A common misconception about the co-sleeping method is that the child must share the same bed as his or her parents in order for it to work. That is not true, and this technique can be interpreted in a variety of different ways. For one, the American Academy of Pediatrics recommends that an infant be in close proximity to his or her parents until the age of 6-months, but by sleeping in their own bassinet or crib while parents sleep nearby. This helps to ward off the risks of Sudden Infant Syndrome, or SIDS. A different variation of this method is to have the infant sleep by the parents’ side via a sidecar arrangement. This alignment means that three sides of the baby’s crib are left in place, but the side next to where the mother is sleeping is lowered or removed so that she can have easy access to the child. Lastly, some parents have the newborn sleep in the same bed with them, but that is frequently discouraged by the AAP.
For the approach to work effectively, both parents must be on board with it. Additionally, the child should be placed on its’ back closest to mom’s side. If you plan on practicing this system, make sure that the bed is as low as you can manage it, possess a firm mattress, and make sure that the sheet fits well on all corners. Bunched up sheets can be a choking or suffocation hazard. Some parents even pull their bed away from the wall to eliminate the chance for the baby to become wedged between the bed and the wall. Guardians that are heavy sleepers or excessively sleep deprived should avoid co-sleeping.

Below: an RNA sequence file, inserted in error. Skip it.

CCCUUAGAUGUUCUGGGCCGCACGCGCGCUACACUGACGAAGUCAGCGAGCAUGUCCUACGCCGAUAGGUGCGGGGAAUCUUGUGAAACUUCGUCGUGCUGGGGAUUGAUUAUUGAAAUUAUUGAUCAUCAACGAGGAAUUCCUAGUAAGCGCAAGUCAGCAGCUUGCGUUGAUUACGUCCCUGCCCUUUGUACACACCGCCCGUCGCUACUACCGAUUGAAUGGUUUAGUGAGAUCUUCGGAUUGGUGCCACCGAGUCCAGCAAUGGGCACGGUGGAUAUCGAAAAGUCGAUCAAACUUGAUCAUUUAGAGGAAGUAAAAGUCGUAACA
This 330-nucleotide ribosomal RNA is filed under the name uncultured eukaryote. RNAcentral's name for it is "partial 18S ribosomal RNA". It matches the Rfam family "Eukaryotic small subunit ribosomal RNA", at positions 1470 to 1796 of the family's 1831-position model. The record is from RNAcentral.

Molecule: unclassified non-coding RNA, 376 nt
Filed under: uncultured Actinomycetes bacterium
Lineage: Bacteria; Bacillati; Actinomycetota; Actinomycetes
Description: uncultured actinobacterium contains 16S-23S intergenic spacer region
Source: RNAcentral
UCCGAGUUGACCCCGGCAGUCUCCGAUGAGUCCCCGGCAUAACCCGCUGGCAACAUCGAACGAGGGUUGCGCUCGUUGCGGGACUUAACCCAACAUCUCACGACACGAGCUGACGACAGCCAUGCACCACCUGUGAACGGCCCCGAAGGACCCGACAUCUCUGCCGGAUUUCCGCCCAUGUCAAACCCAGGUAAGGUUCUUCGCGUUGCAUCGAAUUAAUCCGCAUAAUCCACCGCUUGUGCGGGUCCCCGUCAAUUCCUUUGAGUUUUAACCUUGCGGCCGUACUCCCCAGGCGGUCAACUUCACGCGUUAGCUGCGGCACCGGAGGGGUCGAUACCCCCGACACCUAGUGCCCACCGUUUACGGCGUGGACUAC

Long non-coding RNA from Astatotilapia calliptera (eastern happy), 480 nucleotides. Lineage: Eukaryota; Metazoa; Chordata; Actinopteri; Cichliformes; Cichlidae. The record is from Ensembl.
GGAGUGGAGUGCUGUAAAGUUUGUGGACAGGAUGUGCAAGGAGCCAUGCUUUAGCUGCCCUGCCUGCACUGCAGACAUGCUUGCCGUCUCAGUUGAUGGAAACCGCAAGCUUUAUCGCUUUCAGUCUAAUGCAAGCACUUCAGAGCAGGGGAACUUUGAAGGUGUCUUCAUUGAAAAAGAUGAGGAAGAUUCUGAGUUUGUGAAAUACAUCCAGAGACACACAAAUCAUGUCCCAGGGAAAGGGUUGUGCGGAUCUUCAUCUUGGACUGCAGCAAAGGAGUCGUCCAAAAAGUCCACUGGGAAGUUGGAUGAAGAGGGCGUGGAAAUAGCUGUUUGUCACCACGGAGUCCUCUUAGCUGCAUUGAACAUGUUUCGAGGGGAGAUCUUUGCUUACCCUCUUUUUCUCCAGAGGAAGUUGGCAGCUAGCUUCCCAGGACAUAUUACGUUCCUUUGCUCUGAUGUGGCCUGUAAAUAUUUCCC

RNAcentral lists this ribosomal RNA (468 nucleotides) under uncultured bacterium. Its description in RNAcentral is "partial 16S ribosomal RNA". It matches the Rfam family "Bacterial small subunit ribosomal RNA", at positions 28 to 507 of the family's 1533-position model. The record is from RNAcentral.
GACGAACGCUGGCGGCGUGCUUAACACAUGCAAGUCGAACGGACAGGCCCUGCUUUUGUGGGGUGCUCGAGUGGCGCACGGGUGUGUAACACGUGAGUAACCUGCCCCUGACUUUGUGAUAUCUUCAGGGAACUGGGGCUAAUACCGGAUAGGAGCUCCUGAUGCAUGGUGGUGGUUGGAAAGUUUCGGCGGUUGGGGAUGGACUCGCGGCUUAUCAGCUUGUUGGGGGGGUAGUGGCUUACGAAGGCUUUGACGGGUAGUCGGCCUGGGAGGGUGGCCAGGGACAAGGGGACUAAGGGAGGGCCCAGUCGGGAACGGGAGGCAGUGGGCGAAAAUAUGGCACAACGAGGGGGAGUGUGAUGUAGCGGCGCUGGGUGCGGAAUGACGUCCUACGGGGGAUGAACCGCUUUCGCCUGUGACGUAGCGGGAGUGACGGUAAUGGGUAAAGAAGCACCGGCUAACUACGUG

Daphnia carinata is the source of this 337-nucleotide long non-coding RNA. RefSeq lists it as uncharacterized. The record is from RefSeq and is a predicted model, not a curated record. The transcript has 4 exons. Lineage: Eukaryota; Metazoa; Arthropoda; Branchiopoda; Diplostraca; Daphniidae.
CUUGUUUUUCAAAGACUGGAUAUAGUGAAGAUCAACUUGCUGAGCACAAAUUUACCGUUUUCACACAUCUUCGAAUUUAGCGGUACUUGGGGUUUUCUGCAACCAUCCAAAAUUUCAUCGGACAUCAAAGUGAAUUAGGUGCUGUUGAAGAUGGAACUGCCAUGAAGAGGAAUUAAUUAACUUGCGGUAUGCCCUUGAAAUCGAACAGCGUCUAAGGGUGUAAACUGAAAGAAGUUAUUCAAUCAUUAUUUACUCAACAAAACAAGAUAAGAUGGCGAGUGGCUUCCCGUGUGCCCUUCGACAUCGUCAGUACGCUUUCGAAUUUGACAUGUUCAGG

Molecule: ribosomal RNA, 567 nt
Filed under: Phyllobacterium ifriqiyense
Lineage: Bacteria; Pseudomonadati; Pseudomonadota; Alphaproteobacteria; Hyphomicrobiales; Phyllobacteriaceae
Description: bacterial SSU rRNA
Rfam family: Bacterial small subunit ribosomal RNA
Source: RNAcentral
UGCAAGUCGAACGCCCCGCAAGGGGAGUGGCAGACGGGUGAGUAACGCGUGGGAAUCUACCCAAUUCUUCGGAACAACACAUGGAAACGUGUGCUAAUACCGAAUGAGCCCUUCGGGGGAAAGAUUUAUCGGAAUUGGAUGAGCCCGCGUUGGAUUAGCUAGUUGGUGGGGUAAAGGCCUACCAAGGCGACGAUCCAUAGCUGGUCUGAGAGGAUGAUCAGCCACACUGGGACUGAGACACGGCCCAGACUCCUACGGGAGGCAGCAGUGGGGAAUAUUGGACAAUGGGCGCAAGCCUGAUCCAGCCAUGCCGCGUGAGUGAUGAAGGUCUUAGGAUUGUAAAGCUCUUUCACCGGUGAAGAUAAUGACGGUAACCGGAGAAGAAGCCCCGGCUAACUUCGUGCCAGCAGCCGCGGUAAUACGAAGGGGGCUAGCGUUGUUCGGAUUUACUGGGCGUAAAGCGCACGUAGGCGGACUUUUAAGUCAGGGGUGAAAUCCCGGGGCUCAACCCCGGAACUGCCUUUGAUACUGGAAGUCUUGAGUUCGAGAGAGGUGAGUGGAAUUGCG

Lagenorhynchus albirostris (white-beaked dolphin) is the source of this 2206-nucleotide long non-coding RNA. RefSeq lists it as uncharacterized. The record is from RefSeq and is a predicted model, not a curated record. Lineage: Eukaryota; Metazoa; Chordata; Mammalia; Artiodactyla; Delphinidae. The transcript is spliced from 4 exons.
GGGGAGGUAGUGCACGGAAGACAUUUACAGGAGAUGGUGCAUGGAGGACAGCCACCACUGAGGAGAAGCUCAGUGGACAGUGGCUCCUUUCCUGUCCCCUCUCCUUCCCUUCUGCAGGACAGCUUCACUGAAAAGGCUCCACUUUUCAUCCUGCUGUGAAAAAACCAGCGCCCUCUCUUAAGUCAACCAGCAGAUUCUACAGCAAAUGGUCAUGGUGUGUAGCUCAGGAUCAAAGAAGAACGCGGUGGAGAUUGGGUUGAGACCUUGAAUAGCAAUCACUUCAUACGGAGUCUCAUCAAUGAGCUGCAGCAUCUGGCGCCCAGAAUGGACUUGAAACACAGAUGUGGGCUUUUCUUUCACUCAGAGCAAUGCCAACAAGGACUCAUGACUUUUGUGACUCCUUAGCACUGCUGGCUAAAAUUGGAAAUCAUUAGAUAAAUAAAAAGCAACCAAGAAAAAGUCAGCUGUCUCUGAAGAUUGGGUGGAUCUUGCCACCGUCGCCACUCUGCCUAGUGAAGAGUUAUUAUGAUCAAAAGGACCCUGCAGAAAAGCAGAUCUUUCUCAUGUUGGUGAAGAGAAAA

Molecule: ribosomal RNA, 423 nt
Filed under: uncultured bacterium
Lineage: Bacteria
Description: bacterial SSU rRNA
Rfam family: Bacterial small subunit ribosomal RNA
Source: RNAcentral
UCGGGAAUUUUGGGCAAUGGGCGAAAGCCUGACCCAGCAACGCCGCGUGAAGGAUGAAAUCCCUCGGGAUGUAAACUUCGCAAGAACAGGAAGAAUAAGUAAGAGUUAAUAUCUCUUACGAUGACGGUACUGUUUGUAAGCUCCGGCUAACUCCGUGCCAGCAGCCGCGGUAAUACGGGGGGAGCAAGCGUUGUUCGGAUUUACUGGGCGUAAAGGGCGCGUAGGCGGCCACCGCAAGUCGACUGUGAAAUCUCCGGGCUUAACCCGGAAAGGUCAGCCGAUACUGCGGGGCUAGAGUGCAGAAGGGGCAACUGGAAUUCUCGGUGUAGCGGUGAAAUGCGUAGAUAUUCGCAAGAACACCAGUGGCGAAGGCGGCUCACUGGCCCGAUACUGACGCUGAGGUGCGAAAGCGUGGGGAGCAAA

The No Tears Method
Various experts believe that any form of the “cry it out” approach is too harsh and favor a kinder, gentler approach such as the no-tears method. During no-cry sleep training, parents stay in the room at the start of sleep time, whether it’s nap or bed time, and continue to linger after any night wake-ups. Because of the parent’s attention to his or her child’s tears, this technique moves at a slower pace compared to the others. However, there are certain adjustments caregivers can do to make the process as simple as possible.
As with many things, it’s important that your child adhere to a routine because it gives them a sense of security to their days. Make sure that your child is going down for a nap or for bedtime at a consistent time every day. Not only should the timing be the same, but you should prepare your child for sleep roughly the same way every time. Implement a series of steady activities such as baths, books and lullabies to help rock your child to a gentle sleep. If you find that the schedule isn’t working for your son or daughter, adjust their nap or bedtime as needed. An additional tweak can be the number and timing of feedings.
Contact the Nanny Authority Today!
If there is a particular method that is working for your child, continue with it. Remember, there is no right or wrong way to sleep-train your child! Ultimately, it comes down to your individual family’s needs and your baby’s unique temperament. Our caregivers have knowledge of all of the above sleep-training techniques, and can work in tandem with the parents to find a method that best suits your family’s needs and style. For more information on how the Nanny Authority can be of assistance with sleep-training, contact us at 973-466-2669 or via e-mail today!